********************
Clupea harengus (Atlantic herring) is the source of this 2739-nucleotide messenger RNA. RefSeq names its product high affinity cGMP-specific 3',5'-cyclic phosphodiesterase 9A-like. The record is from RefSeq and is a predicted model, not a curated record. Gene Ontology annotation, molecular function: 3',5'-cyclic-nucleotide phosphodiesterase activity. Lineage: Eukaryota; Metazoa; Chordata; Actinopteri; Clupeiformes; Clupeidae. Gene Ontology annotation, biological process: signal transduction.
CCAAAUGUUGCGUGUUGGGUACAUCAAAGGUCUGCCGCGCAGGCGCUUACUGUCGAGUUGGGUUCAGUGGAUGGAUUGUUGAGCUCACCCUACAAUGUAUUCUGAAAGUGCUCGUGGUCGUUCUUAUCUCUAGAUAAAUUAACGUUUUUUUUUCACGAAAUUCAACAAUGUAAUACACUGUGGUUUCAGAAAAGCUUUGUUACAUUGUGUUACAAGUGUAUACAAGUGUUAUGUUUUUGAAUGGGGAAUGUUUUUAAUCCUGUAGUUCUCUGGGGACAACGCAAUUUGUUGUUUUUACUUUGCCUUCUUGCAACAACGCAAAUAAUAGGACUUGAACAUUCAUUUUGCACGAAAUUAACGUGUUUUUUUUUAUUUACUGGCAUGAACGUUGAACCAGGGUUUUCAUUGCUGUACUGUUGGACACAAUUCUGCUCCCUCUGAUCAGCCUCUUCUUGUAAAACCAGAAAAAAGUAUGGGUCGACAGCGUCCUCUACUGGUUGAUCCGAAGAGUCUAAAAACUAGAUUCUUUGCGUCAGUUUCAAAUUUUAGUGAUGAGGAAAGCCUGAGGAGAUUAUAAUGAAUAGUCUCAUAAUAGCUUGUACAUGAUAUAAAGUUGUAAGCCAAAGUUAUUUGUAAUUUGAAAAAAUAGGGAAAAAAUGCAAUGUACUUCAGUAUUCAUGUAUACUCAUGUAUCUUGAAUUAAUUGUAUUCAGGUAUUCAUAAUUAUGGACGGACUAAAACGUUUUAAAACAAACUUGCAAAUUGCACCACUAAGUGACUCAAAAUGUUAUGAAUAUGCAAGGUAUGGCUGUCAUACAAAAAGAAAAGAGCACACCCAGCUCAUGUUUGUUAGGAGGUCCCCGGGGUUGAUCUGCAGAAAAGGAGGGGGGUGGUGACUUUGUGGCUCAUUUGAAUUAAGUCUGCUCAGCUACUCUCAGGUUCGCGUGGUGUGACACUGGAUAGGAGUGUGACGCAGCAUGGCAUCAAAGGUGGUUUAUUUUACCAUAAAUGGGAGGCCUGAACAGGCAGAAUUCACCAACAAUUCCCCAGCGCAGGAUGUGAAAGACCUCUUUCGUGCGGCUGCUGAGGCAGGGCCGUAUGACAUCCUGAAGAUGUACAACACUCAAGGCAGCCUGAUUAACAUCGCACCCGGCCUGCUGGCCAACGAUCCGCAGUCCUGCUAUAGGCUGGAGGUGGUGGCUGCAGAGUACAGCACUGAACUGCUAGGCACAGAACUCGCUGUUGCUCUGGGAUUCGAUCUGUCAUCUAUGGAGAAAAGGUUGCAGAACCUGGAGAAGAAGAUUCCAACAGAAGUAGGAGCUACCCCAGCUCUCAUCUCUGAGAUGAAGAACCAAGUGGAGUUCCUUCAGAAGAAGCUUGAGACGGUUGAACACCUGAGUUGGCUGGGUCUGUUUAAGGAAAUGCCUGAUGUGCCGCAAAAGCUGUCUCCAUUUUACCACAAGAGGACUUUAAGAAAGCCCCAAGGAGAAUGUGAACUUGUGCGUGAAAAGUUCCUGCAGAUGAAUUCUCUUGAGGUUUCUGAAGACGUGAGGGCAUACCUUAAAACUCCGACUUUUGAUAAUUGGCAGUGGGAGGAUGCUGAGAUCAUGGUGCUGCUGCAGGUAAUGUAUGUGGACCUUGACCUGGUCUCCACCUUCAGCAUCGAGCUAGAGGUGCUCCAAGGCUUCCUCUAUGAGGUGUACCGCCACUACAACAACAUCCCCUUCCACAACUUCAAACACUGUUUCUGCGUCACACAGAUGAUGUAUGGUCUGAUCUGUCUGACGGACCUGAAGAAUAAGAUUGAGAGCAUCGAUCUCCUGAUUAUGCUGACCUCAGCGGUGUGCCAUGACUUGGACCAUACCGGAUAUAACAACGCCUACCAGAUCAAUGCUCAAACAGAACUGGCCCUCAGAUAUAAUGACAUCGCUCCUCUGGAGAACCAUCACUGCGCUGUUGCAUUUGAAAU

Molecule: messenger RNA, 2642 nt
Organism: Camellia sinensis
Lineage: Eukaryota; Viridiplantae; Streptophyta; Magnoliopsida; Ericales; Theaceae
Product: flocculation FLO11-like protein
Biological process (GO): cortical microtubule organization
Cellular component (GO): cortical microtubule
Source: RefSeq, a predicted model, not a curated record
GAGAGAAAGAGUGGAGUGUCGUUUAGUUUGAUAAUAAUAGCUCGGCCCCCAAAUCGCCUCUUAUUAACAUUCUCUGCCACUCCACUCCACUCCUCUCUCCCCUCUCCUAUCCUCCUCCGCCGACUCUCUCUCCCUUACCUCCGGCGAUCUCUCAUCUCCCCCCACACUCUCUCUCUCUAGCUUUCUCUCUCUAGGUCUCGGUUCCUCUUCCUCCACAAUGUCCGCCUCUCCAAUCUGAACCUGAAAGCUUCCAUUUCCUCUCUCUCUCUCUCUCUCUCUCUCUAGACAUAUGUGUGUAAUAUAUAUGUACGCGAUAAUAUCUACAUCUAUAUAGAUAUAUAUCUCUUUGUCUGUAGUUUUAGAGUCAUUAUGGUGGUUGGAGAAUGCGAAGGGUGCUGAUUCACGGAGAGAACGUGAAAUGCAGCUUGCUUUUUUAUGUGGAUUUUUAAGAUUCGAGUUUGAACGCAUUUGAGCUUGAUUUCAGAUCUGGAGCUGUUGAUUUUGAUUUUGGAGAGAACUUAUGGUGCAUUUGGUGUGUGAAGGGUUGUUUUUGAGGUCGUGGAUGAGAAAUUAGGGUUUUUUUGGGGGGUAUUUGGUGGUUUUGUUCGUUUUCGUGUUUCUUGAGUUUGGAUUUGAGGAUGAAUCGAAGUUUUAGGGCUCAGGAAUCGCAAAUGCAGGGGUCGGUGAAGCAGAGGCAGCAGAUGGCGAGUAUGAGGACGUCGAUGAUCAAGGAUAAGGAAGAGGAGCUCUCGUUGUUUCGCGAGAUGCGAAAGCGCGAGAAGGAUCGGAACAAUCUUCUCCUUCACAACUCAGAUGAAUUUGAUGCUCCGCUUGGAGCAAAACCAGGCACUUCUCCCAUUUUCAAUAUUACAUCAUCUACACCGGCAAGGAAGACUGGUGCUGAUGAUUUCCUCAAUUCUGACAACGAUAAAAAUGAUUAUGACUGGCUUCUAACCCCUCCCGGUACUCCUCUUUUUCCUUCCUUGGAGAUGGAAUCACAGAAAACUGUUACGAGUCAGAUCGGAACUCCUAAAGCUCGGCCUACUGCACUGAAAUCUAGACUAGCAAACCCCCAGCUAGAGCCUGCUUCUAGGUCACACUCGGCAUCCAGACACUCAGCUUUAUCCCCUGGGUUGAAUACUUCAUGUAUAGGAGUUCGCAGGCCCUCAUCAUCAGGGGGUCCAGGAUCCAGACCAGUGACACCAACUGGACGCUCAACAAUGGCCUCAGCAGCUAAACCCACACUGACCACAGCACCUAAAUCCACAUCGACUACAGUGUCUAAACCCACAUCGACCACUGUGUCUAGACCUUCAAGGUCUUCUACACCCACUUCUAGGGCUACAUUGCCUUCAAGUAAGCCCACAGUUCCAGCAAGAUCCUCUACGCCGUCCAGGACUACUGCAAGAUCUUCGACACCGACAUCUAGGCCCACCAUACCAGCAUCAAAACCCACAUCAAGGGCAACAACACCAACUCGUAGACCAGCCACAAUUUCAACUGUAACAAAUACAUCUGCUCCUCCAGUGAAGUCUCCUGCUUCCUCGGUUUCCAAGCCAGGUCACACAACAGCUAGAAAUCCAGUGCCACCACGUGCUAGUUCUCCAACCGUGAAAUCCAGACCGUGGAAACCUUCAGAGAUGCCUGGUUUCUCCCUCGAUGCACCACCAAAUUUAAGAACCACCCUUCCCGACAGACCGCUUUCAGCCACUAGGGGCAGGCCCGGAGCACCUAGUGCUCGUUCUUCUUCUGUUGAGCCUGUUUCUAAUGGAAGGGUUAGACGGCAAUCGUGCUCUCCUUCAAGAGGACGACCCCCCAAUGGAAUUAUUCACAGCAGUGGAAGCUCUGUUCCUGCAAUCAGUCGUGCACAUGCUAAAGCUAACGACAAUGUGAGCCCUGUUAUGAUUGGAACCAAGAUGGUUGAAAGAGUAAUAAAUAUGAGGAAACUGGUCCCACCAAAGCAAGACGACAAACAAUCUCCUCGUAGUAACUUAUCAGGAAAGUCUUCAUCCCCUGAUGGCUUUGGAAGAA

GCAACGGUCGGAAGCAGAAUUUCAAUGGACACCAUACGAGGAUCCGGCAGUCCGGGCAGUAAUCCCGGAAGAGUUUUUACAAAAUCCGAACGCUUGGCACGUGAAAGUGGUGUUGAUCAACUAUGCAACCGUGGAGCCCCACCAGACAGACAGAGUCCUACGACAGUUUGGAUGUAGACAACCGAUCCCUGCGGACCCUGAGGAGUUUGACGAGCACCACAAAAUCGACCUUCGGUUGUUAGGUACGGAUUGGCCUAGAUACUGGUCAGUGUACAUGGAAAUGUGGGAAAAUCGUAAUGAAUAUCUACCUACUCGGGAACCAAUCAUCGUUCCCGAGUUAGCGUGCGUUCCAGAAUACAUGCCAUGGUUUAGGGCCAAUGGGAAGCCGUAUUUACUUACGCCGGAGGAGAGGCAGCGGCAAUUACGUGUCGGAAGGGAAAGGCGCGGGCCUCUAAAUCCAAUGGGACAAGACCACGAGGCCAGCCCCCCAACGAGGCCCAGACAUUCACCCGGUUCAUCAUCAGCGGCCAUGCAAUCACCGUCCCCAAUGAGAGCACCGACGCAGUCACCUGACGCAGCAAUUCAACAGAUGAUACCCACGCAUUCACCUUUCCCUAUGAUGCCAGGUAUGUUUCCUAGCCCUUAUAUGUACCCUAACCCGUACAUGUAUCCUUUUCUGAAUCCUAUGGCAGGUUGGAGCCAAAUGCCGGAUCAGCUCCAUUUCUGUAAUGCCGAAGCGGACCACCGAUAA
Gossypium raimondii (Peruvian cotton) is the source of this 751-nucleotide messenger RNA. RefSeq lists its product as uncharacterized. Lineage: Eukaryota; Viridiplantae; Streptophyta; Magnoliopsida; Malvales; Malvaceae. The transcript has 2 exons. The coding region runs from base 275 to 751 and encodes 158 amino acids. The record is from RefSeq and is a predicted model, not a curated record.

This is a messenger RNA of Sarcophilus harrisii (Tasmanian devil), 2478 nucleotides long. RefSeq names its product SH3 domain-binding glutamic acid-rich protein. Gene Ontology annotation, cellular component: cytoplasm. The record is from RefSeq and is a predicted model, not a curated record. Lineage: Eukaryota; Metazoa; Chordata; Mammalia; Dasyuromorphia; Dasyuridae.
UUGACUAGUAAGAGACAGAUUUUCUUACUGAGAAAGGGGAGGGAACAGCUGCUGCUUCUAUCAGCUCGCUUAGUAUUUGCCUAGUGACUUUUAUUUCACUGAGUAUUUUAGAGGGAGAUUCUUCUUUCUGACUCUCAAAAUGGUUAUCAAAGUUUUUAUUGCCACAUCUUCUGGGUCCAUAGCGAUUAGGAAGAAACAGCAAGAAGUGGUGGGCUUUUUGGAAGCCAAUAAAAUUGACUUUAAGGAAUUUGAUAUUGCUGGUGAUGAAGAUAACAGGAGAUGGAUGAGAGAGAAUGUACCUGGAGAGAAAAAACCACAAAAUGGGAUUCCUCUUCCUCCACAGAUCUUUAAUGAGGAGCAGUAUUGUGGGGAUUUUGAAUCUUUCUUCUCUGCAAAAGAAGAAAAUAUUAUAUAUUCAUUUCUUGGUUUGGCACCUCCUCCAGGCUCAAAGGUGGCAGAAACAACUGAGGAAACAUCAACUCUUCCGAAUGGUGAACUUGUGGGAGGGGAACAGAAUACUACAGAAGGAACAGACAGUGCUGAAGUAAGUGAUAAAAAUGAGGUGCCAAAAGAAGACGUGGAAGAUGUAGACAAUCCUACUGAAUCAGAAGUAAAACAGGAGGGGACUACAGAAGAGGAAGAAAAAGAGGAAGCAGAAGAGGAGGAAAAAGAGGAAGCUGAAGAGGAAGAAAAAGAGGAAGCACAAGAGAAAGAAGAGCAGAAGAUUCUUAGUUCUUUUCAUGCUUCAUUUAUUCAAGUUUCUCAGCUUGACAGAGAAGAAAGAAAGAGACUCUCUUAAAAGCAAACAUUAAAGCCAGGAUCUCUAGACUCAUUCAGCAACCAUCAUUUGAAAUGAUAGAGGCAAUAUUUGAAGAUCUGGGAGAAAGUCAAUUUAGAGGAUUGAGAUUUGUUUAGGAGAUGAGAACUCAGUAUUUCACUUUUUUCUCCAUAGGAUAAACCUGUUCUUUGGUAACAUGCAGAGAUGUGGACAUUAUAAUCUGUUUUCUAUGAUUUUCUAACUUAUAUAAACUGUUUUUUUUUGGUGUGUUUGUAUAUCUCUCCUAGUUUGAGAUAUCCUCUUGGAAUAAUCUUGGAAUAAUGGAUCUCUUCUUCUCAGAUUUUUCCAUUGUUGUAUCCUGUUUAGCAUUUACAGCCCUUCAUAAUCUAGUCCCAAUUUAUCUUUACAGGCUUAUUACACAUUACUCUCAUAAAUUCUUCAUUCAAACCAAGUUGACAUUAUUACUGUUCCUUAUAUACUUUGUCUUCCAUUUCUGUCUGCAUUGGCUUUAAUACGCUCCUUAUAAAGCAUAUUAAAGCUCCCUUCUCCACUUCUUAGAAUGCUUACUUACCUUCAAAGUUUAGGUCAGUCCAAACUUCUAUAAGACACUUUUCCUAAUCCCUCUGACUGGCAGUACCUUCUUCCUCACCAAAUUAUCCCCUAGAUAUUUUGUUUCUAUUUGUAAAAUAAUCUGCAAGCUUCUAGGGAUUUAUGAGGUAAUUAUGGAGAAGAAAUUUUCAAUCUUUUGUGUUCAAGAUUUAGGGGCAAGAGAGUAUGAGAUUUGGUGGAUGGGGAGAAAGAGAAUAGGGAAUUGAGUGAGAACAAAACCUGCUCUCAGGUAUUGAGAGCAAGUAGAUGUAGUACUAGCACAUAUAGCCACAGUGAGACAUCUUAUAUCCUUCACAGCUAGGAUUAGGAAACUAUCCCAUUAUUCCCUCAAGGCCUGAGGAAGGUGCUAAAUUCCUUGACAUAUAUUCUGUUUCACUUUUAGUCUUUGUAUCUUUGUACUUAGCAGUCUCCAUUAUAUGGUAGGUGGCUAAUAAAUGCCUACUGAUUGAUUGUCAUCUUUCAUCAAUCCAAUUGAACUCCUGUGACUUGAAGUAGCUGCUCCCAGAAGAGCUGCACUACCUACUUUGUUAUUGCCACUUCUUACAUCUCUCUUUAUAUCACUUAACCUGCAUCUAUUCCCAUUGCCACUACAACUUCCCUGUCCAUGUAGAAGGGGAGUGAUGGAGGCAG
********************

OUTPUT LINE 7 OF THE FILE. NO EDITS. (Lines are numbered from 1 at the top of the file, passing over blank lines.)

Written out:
Biological process (GO): cortical microtubule organization